Donovan: Cadogan Hall, London – live review
Cadogan Hall, London
31st October 2015
The iconic sixties Folk troubadour undertakes a lengthy 50th anniversary tour. Louder Than War’s Craig Chaligne reviews the London date at Cadogan Hall.
Many times during the course of the evening, Donovan pointed out that he had undertook this lengthy tour through the British Isles to thank his audience for supporting him throughout this half century in the music business. Describing this tour as a pilgrimage that saw him revisiting some of his old haunts (Glasgow, St Ives) and play some of his favourite songs from his extensive repertoire. Choosing to revisit his songs solo without a band, the stage was graced by a small podium with a rug and Kelly, Donovan’s green guitar that has been his instrument of choice for the past 20 years. The first half of the show was mainly devoted to songs from his first two LP’s: “What’s Bin Did and What’s Bin Hid” and “Fairytale”. Starting with the iconics “Catch The Wind” and “Colours”, he followed them by the more rarely played “Remember The Alamo”, a choice prompted by a fan request in Scarborough apparently. His young days in Glasgow and in particular his reminiscences of a cappella singing during Hogmanay parties with his family served as an introduction to the lovely folk tune “Guinevere” . We were also treated to some of his early pop hits with the sweet “Jennifer Juniper” (minus the French verse) and the catchy “There Is A Mountain” (written while holidaying in the Caribbean with his friend “Gypsy Dave”).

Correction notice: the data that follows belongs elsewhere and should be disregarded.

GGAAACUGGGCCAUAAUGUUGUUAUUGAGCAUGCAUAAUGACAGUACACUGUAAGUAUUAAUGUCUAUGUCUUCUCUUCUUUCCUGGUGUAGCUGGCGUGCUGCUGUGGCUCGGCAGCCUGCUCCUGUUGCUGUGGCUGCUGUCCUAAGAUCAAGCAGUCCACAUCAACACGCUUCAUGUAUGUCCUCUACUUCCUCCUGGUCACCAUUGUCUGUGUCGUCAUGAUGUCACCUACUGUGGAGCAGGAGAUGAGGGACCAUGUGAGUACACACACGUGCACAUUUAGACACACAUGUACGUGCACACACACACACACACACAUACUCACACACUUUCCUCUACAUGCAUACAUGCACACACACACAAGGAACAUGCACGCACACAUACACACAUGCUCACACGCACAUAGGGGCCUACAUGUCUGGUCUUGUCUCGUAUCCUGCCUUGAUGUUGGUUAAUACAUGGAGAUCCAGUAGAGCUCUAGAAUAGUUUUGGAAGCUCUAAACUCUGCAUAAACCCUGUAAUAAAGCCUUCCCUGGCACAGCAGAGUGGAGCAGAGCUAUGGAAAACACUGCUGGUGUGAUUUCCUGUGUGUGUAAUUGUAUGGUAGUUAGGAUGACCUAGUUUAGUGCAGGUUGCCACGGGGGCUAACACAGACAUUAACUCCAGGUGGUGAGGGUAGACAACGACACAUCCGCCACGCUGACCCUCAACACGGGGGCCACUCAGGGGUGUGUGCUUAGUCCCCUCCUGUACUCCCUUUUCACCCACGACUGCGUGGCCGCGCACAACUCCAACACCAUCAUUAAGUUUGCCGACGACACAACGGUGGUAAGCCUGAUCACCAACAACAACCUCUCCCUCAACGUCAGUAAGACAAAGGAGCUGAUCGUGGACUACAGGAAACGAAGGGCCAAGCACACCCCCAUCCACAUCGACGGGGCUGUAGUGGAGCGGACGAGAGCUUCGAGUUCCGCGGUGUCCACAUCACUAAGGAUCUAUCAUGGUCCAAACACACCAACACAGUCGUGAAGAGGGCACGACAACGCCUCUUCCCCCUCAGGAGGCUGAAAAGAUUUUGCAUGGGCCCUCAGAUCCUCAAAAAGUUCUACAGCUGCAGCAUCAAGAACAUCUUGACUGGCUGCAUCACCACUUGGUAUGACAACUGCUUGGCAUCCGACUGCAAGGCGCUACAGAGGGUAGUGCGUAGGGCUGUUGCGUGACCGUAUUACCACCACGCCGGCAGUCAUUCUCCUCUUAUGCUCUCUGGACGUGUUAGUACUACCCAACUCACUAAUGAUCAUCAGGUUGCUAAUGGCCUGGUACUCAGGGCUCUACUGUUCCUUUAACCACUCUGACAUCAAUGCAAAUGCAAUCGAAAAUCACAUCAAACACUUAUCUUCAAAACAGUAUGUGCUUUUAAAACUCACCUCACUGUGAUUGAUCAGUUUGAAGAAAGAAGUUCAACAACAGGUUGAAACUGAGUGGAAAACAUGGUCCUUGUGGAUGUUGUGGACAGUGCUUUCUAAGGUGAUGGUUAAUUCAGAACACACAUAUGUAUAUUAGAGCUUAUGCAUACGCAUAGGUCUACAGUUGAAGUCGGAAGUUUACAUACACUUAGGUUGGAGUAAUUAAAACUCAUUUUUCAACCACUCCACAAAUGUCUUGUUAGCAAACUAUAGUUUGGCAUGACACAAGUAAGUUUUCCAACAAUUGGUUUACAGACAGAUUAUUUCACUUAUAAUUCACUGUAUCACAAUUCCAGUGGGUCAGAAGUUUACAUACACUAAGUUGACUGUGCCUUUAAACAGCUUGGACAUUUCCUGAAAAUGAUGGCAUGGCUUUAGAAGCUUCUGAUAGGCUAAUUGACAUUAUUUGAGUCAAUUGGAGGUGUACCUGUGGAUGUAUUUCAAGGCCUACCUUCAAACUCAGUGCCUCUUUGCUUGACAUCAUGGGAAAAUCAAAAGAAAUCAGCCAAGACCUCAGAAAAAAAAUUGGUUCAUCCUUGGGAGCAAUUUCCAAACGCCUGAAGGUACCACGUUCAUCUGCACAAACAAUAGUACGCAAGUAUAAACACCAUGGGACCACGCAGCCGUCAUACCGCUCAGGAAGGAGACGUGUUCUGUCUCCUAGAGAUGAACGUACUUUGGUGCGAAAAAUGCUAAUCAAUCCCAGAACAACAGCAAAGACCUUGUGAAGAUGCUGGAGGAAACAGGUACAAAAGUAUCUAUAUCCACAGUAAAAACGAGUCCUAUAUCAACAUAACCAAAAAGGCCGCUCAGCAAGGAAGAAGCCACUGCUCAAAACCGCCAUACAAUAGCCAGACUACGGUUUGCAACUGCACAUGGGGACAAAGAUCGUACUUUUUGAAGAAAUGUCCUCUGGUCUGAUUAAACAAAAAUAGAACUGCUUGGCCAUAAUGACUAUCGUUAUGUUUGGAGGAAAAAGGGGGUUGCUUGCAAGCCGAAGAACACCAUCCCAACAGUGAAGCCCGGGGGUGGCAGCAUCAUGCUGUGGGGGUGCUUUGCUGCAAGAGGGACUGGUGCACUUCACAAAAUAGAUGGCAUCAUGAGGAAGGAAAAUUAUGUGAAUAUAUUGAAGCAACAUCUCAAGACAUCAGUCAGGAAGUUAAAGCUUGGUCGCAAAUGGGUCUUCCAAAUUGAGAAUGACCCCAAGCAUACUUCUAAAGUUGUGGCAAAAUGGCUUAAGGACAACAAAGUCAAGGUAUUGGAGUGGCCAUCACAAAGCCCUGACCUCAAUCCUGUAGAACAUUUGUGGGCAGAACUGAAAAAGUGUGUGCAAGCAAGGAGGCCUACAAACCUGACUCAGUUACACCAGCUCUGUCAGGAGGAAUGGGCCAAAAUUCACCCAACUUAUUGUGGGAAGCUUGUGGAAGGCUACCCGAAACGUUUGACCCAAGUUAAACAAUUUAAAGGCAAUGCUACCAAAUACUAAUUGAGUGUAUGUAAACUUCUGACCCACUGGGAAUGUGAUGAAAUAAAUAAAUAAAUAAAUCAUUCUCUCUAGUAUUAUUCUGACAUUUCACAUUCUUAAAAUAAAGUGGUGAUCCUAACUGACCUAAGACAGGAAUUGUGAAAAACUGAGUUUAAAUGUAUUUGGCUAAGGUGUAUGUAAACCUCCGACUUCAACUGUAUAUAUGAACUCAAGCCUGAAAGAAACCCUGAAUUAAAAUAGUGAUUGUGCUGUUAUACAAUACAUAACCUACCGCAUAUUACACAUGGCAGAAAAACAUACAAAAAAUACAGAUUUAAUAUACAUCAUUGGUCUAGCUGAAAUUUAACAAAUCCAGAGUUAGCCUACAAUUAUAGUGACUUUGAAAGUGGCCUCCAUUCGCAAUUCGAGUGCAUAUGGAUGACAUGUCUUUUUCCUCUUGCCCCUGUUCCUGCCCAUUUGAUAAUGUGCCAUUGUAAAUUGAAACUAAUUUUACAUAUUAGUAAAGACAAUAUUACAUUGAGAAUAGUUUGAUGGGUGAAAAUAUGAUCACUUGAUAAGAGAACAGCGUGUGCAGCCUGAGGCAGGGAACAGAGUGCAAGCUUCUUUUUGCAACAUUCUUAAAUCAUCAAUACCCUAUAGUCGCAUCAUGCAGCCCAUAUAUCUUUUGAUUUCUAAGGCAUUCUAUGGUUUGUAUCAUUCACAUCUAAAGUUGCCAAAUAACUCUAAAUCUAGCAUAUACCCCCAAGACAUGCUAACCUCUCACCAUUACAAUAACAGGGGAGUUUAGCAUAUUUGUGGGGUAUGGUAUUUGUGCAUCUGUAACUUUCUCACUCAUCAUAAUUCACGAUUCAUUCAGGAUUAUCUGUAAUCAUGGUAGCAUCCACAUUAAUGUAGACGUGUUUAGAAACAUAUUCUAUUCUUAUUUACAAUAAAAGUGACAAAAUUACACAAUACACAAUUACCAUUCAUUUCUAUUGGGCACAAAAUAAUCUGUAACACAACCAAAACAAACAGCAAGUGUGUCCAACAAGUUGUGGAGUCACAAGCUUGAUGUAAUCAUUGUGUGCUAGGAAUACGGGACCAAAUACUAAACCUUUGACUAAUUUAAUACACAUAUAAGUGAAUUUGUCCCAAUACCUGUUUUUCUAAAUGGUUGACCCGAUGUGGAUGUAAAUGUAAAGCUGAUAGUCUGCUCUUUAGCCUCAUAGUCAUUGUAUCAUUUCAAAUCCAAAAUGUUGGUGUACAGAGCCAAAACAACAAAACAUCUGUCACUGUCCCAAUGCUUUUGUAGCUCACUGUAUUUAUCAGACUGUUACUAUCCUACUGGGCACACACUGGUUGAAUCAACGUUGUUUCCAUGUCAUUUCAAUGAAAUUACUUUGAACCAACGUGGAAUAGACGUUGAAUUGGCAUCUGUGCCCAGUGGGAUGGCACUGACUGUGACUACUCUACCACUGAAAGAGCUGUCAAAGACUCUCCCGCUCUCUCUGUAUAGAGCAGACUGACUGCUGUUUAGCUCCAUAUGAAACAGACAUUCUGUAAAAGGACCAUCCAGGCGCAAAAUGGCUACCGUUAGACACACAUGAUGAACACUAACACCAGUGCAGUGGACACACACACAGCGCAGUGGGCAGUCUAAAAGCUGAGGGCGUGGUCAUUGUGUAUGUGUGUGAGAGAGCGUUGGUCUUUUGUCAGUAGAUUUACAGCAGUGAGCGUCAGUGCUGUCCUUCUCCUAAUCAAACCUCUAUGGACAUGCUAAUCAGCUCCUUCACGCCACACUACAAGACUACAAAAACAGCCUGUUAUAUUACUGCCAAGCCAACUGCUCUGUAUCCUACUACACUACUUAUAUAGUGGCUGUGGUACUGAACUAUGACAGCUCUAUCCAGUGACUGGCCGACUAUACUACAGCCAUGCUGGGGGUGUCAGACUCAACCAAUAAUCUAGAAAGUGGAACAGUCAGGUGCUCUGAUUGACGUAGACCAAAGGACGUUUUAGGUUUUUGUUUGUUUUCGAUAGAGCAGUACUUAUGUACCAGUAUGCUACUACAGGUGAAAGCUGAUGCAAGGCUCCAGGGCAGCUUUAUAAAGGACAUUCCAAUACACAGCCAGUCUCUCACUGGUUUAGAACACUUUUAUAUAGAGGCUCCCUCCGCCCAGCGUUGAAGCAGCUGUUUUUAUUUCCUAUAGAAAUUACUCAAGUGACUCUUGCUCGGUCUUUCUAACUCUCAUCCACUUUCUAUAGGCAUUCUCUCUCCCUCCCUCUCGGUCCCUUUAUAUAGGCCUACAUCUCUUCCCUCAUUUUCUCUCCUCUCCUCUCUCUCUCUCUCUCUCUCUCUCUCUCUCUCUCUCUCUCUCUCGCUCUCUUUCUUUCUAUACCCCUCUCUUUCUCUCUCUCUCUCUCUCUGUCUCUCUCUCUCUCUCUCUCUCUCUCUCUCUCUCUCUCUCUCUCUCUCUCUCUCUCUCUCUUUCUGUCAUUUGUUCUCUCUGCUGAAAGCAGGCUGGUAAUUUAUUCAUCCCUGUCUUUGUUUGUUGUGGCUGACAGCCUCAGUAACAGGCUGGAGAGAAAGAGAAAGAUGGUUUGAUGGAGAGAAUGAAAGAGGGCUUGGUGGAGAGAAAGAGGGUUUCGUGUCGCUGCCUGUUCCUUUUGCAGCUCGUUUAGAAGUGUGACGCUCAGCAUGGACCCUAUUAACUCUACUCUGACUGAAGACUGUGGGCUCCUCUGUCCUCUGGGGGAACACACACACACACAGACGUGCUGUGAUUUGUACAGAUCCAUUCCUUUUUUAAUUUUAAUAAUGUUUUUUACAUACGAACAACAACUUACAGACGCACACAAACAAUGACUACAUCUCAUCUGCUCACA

His rendition of Buffy Saint-Marie’s “The Universal Soldier” prompted the start of a second set that would prove more interesting for its anecdotes than for its musical content. His story about writing songs with Paul Mccartney at his flat in Maida Vale kept the audience enthralled (and we now know he’s responsible for the line “Sky of blue and sea of green, in our Yellow submarine”). However as he dug deeper in what can be considered his psychedelic period, the starkness of the acoustic renditions left you craving for the Mickie Most production that graces the records (Sunshine Superman and Season Of The Witch particularly…). His instance to pay tribute to deceased sixties and seventies rock-icons seemed a bit corny (the slide-show in the background only accentuated this). The nail in the coffin was the karaoke version of Mellow Yellow that closed show and saw him strutting the stage in a very Tom Jones-y manner that beggared belief when you compared it to the thoughtful singer songwriter of the first half of the show. Maybe a smaller tour with a band in bigger venues would have provided a better setting for Donovan’s fantastic songs.
All words by Craig Chaligne. More from Craig can be found at his Author Archive.